They never did materialise. And now, to add insult to injury, there are projected plans to paint double yellow lines on sections of the road, making the very limited parking immediately outside our row of houses even more in demand. Designated residents' parking has been denied us. If there were a school nearby causing problems, then such parking would be a possibility but the proximity of a thriving industrial estate does not count! We expect a visit from a local councillor some time soon to
review the situation.

Of course, in the wider scheme of things our problem is quite minor. George Monbiot frequently writes at length about environmental problems. Today it was about proposals to extend British airports. Proposals to fly planes using some other form of energy than fossil fuels are apparently untenable. So, says Mr Monbiot, if our airports are full, there is one solution: fly less. He personally restricts his flying to once every three years. We would find that hard. But then, it crosses my mind that perhaps he makes one long-haul flight every three years, whereas we make much shorter flights on a more frequent basis. Does that sort of even it all out?

Making his suggestion that we should all fly less often, George Monbiot asks, "Is this beyond contemplation? Are we incapable of making such changes for the sake of others? If so, our ethics are weaker than those of 1791, when 300,000 British people, to dissociate themselves from slavery, stopped using sugar, reducing sales by one-third. They understood the moral implications of an act that carried no ill intent, that seemed sweetly innocent."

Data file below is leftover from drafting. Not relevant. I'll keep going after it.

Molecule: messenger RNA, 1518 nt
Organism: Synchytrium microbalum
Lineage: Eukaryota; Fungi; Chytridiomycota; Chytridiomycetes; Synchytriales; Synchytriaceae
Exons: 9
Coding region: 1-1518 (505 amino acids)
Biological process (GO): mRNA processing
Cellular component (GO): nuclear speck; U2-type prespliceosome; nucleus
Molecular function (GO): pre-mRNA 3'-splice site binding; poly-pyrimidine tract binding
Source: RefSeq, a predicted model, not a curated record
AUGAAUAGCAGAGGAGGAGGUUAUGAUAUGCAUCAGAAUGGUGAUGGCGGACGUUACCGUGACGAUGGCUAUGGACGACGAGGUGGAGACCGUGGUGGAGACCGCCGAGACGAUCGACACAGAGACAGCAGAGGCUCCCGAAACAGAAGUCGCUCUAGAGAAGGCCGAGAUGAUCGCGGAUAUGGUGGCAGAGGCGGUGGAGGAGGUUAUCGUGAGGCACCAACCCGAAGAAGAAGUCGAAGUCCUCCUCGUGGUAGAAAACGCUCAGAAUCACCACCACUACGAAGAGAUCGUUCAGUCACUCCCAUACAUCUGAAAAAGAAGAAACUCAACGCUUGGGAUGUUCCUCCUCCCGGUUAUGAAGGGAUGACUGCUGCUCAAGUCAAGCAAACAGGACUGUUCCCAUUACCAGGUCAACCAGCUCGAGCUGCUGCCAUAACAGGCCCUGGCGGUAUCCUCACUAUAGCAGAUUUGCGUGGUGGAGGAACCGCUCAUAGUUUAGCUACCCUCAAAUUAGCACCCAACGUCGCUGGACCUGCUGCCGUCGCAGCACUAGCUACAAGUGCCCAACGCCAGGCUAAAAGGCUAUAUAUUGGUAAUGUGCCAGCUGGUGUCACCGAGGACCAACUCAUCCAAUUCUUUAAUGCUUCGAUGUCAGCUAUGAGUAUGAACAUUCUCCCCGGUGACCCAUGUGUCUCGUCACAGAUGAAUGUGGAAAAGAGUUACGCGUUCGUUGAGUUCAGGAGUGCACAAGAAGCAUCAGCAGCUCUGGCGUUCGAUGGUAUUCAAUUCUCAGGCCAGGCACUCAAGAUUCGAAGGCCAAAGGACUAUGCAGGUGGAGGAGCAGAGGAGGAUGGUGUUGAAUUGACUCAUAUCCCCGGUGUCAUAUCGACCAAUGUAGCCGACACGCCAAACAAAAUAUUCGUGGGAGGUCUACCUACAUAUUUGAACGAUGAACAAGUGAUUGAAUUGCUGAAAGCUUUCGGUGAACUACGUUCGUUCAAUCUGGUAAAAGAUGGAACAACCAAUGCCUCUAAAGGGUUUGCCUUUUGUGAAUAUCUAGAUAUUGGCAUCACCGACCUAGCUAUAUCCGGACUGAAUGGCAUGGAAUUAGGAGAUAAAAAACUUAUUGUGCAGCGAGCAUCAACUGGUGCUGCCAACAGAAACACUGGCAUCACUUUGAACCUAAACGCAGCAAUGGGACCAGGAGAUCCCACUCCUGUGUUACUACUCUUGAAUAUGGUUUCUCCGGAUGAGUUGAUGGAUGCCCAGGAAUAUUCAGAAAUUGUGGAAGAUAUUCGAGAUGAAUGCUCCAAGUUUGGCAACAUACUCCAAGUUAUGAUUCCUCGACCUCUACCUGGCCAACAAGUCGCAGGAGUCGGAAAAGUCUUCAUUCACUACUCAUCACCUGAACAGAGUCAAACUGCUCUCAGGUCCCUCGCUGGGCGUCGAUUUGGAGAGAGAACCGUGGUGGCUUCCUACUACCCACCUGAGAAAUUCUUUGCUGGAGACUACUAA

Who knew that such ethical protests were going on all that time ago? However, I bet there are lots of people today who would find it easier to fly less frequently than to stop using sugar!

I keep seeing exhortations from famous people to please not let Donald Trump get into the White House. I have already written about Loudon Wainwright's "I had a dream" song. Bruce Springsteen has been on interview airing his negative feelings about Mr Trump. Now Michael Moore, film maker, indeed protest-film maker, has added his but. He has made and released a film: "Michael Moore in Trumpland". It is described like this: "he thinks his way inside the head of a dejected working-class citizen from, as he puts it, one of the “Brexit states” of Michigan, Pennsylvania, Wisconsin or Ohio. All states that couldstill swing to Trump and lead to to an upset victory."